In 2018, the blue haven of California became the first state in the nation to mandate diversity for publicly traded companies headquartered within its confines. Under the new law, such corporations must have at least one woman on their board of directors by the end of 2019. By the end of July 2021, boards with five members must contain at least two female members, and there must be three women on boards with six or more members.
Despite the obvious constitutional concerns over the legislation, acknowledged even by arch-progressive then-Governor Jerry Brown as he signed it, the law has yet to face a court challenge. That likely has to do with the fact that it would be a public relations disaster for a corporation, or even a slighted male executive, to challenge the mantra of diversity in California. This is the unspoken climate of intimidation that comes with the cult of “inclusion” in modern times.
Illinois is now attempting to take things a step further, with a bill that has already passed the state House and is being taken up by the Senate, mandating that blacks, as well as females, be placed on the boards of corporations headquartered in the Land of Lincoln. Hispanics immediately cried foul, and Latinos were quickly added to the list of required board members.
That still may not be enough to assuage Democrats with eyes firmly fixed on all the various colors of the progressive rainbow.
Embrace Diversity, or Else
“[W]e have a lot of people that have expressed some concerns here that this bill really is not as inclusive as some would like it to be,” Senate Commerce and Economic Development Committee Chairwoman Laura Murphy said of the legislation, “because there are various groups that are left out of the discussion.”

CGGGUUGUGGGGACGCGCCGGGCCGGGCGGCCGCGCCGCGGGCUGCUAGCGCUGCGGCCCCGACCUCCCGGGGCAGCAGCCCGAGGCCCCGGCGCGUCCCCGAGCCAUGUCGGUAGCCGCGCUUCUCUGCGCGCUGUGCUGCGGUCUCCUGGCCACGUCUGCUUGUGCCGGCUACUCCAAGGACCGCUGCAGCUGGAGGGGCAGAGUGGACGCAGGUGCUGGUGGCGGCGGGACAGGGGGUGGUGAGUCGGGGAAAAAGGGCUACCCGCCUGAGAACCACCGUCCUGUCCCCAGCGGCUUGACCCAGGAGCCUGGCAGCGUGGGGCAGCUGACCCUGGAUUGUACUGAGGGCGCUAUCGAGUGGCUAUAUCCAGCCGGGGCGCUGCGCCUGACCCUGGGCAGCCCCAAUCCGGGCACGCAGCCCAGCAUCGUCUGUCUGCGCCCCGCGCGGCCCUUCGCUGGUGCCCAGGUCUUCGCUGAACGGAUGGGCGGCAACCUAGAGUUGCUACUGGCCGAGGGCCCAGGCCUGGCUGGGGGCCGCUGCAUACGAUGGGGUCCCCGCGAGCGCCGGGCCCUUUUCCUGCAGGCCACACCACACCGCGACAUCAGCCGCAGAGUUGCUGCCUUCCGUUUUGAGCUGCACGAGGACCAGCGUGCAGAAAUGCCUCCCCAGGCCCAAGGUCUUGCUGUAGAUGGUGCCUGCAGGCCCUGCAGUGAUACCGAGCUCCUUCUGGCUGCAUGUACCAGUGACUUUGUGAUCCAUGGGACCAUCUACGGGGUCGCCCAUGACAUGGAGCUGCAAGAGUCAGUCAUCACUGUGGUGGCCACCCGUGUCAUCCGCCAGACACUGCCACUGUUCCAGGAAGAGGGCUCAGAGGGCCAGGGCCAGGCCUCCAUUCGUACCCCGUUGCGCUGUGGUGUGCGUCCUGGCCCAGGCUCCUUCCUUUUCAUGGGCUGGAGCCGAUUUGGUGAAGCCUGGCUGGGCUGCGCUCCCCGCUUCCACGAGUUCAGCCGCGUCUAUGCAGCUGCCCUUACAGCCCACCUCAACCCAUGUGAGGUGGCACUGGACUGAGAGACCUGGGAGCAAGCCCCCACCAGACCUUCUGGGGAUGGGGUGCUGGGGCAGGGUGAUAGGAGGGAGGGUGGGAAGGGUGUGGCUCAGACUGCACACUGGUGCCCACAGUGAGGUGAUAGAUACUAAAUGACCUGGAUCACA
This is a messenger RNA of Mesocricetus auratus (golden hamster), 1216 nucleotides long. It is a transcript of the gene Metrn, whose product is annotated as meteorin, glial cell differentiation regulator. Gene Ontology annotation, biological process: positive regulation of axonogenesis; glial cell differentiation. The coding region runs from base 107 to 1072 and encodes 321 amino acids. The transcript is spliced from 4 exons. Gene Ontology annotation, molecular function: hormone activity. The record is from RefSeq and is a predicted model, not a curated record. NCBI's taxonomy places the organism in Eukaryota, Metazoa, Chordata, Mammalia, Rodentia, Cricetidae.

The resulting chaos of including every possible demographic group under the sun, from Asians to homosexuals to left-handed redheads, surely should be seen as an impediment to companies that simply want to add the most qualified people to their boards. Here lies the heart of the matter. For those pushing the mandatory diversity legislation, the mere fact of having a variety of human difference in and of itself makes for better corporate boards. Which leads to the interesting question: Are free American citizens allowed to disagree with such a notion today? The purpose of passing laws would seem to indicate an effort is underway to ensure that they are not.
“Data from the Credit Suisse Research Institute and Harvard Law School Forum on Corporate Governance shows that companies with diverse corporate boards perform better than their competition in a variety of ways, including profitability, risk management, share price and social governance,” declares Rep. Camille Lilly, a House sponsor of the Illinois bill. This is a theme repeatedly touched upon by supporters of corporate diversity legislation.
“We find clear evidence that companies with a higher proportion of women in decision-making roles continue to generate higher returns on equity, while running more conservative balance sheets,” a 2014 Credit Suisse report did indeed emphatically state. “In fact, where women account for the majority in the top management, the businesses show superior sales growth, high cash flow returns on investments and lower leverage.”